HDF5-UDF 2.1 released -- with support for Windows and macOS!


Greetings, all!

I’m happy (and I mean it!) to announce the first release of User-Defined Functions for HDF5 supporting Windows and macOS in addition to Linux.

User-Defined Functions allow you to write routines in Python, C/C++, and Lua and attach them to HDF5 files so that each time the associated dataset is read, its contents are produced on-the-fly by those routines. It’s possible to create routines that reach out to the Internet, that take input from files in other formats, and even that play Doom on HDF5!

Since macOS ships with several development tools, installation of HDF5-UDF goes through a straightforward source code compilation process on that platform. The Windows port features a friendly installer that fetches the runtime dependencies from the web and installs them for you.

Please note that support for Windows and macOS is considered experimental. In special, sandboxing of UDF processes is not implemented yet. Nevertheless, they both enable you to prototype ideas and see HDF5 in a whole different way.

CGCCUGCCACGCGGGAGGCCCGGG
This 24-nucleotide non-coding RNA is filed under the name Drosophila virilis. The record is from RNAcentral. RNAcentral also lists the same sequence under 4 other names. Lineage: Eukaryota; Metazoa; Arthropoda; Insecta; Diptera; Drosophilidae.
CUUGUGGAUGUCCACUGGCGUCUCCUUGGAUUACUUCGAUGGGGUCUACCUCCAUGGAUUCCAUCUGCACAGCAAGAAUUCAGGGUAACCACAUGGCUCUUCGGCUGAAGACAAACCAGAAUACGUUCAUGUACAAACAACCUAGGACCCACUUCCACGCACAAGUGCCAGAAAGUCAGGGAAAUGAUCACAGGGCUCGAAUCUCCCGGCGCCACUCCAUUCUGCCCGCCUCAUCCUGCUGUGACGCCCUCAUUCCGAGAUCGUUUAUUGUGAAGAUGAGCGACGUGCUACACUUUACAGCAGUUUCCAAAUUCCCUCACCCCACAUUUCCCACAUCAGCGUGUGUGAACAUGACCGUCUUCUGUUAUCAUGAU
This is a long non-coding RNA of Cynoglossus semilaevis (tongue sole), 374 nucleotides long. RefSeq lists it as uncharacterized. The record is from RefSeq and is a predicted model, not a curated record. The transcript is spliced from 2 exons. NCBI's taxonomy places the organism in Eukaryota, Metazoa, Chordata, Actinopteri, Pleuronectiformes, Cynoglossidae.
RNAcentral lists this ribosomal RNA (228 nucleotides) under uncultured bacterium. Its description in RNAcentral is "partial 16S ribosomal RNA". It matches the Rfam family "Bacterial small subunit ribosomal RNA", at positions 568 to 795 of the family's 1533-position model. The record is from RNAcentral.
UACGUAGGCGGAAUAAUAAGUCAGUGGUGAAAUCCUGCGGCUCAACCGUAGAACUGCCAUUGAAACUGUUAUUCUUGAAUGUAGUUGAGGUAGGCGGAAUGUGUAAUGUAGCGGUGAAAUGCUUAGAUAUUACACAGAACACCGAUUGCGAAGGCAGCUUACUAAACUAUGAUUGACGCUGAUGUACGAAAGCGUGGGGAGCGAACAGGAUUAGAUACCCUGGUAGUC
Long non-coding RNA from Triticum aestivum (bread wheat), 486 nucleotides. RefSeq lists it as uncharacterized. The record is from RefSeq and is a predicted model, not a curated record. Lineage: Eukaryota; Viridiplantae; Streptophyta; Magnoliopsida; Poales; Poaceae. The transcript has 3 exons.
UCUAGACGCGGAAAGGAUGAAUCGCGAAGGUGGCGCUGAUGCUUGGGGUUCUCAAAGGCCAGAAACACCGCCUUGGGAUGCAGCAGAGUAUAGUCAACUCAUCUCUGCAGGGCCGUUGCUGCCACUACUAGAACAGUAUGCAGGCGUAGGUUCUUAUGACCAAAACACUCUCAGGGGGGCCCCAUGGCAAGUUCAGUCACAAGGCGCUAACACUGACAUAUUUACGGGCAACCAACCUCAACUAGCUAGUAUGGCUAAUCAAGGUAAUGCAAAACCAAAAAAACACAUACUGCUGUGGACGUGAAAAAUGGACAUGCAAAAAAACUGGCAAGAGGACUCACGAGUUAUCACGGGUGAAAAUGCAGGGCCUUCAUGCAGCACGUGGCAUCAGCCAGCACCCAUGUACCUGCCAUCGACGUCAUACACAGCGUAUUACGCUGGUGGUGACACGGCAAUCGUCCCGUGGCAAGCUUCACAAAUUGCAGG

Please visit the project page on GitHub for download directions. Last, but not least, I’d like to thank @werner for his technical assistance that helped me take informed decisions while developing the Windows port.

Have fun!


Pretty cool! What do you think would be required to have this functionality available from HDFView? Just for reading data equipped with HDF5-UDF in readonly mode (of course, HDFView shouldn’t compile source code just when browsing files).


Ah! HDF5-UDF uses a trick to overcome a limitation of the HDF5 I/O filter API: it attempts to open the HDF5 file that hosts the UDF so it can get a handle on that file. However, I just learned that HDFView takes a lock on the HDF5 file it opened, which causes HDF5-UDF’s attempt to open the same file to fail with “Resource temporarily unavailable” (as the same lock cannot be taken twice).

I have just fixed this problem by temporarily setting HDF5_USE_FILE_LOCKING=FALSE prior to opening the HDF5 file. The screenshot below shows the UserDefinedDataset being correctly displayed by HDFView now. Note that you can apply a local workaround by simply setting HDF5_USE_FILE_LOCKING=FALSE on the command line prior to launching HDFView.

Thanks for the bug report! :slight_smile: